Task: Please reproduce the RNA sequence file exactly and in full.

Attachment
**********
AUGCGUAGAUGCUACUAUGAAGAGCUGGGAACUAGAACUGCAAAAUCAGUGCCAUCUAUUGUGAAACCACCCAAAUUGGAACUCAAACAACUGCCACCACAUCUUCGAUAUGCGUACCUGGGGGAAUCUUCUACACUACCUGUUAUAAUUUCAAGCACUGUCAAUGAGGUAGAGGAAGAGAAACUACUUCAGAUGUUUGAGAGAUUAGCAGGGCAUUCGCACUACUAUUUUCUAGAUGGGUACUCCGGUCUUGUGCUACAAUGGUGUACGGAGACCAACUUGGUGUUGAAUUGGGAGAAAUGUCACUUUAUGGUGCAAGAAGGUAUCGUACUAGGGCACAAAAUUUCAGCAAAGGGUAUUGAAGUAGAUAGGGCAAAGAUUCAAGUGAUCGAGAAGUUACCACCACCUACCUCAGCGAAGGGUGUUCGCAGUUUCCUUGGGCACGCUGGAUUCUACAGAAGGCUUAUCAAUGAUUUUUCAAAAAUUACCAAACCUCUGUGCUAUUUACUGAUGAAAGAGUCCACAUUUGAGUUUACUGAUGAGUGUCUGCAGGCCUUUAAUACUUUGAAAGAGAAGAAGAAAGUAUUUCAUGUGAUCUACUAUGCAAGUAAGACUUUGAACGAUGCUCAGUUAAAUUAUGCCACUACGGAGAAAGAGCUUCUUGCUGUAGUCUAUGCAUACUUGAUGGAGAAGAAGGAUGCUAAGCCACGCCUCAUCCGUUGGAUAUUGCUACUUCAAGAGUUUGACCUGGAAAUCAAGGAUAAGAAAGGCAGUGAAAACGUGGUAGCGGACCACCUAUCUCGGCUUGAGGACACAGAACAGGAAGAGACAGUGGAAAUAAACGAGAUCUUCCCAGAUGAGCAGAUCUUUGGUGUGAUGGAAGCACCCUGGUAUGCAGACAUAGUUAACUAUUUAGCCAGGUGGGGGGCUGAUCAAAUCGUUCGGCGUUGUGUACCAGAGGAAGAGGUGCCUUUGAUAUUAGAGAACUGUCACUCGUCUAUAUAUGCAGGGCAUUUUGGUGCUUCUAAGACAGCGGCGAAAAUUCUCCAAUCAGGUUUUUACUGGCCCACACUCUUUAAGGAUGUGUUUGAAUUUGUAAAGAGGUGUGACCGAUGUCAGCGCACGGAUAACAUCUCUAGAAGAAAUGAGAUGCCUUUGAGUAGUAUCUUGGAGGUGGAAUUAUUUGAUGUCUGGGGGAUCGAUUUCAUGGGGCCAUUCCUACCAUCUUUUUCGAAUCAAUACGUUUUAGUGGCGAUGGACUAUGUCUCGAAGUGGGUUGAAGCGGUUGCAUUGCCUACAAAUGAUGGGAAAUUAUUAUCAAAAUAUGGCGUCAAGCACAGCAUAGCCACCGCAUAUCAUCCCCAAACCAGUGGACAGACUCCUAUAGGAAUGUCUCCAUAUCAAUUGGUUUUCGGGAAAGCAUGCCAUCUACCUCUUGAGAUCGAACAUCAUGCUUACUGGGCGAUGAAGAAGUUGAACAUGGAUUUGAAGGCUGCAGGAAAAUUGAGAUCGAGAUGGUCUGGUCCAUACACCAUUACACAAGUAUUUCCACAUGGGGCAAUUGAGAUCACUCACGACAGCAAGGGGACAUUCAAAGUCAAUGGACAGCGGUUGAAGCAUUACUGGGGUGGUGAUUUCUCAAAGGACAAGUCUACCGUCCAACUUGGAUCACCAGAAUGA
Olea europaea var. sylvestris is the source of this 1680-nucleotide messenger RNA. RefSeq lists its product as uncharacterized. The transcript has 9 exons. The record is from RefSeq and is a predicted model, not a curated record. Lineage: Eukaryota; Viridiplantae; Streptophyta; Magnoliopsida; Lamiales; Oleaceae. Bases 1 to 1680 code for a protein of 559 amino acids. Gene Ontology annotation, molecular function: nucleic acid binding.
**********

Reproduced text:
AUGCGUAGAUGCUACUAUGAAGAGCUGGGAACUAGAACUGCAAAAUCAGUGCCAUCUAUUGUGAAACCACCCAAAUUGGAACUCAAACAACUGCCACCACAUCUUCGAUAUGCGUACCUGGGGGAAUCUUCUACACUACCUGUUAUAAUUUCAAGCACUGUCAAUGAGGUAGAGGAAGAGAAACUACUUCAGAUGUUUGAGAGAUUAGCAGGGCAUUCGCACUACUAUUUUCUAGAUGGGUACUCCGGUCUUGUGCUACAAUGGUGUACGGAGACCAACUUGGUGUUGAAUUGGGAGAAAUGUCACUUUAUGGUGCAAGAAGGUAUCGUACUAGGGCACAAAAUUUCAGCAAAGGGUAUUGAAGUAGAUAGGGCAAAGAUUCAAGUGAUCGAGAAGUUACCACCACCUACCUCAGCGAAGGGUGUUCGCAGUUUCCUUGGGCACGCUGGAUUCUACAGAAGGCUUAUCAAUGAUUUUUCAAAAAUUACCAAACCUCUGUGCUAUUUACUGAUGAAAGAGUCCACAUUUGAGUUUACUGAUGAGUGUCUGCAGGCCUUUAAUACUUUGAAAGAGAAGAAGAAAGUAUUUCAUGUGAUCUACUAUGCAAGUAAGACUUUGAACGAUGCUCAGUUAAAUUAUGCCACUACGGAGAAAGAGCUUCUUGCUGUAGUCUAUGCAUACUUGAUGGAGAAGAAGGAUGCUAAGCCACGCCUCAUCCGUUGGAUAUUGCUACUUCAAGAGUUUGACCUGGAAAUCAAGGAUAAGAAAGGCAGUGAAAACGUGGUAGCGGACCACCUAUCUCGGCUUGAGGACACAGAACAGGAAGAGACAGUGGAAAUAAACGAGAUCUUCCCAGAUGAGCAGAUCUUUGGUGUGAUGGAAGCACCCUGGUAUGCAGACAUAGUUAACUAUUUAGCCAGGUGGGGGGCUGAUCAAAUCGUUCGGCGUUGUGUACCAGAGGAAGAGGUGCCUUUGAUAUUAGAGAACUGUCACUCGUCUAUAUAUGCAGGGCAUUUUGGUGCUUCUAAGACAGCGGCGAAAAUUCUCCAAUCAGGUUUUUACUGGCCCACACUCUUUAAGGAUGUGUUUGAAUUUGUAAAGAGGUGUGACCGAUGUCAGCGCACGGAUAACAUCUCUAGAAGAAAUGAGAUGCCUUUGAGUAGUAUCUUGGAGGUGGAAUUAUUUGAUGUCUGGGGGAUCGAUUUCAUGGGGCCAUUCCUACCAUCUUUUUCGAAUCAAUACGUUUUAGUGGCGAUGGACUAUGUCUCGAAGUGGGUUGAAGCGGUUGCAUUGCCUACAAAUGAUGGGAAAUUAUUAUCAAAAUAUGGCGUCAAGCACAGCAUAGCCACCGCAUAUCAUCCCCAAACCAGUGGACAGACUCCUAUAGGAAUGUCUCCAUAUCAAUUGGUUUUCGGGAAAGCAUGCCAUCUACCUCUUGAGAUCGAACAUCAUGCUUACUGGGCGAUGAAGAAGUUGAACAUGGAUUUGAAGGCUGCAGGAAAAUUGAGAUCGAGAUGGUCUGGUCCAUACACCAUUACACAAGUAUUUCCACAUGGGGCAAUUGAGAUCACUCACGACAGCAAGGGGACAUUCAAAGUCAAUGGACAGCGGUUGAAGCAUUACUGGGGUGGUGAUUUCUCAAAGGACAAGUCUACCGUCCAACUUGGAUCACCAGAAUGA
Olea europaea var. sylvestris is the source of this 1680-nucleotide messenger RNA. RefSeq lists its product as uncharacterized. The transcript has 9 exons. The record is from RefSeq and is a predicted model, not a curated record. Lineage: Eukaryota; Viridiplantae; Streptophyta; Magnoliopsida; Lamiales; Oleaceae. Bases 1 to 1680 code for a protein of 559 amino acids. Gene Ontology annotation, molecular function: nucleic acid binding.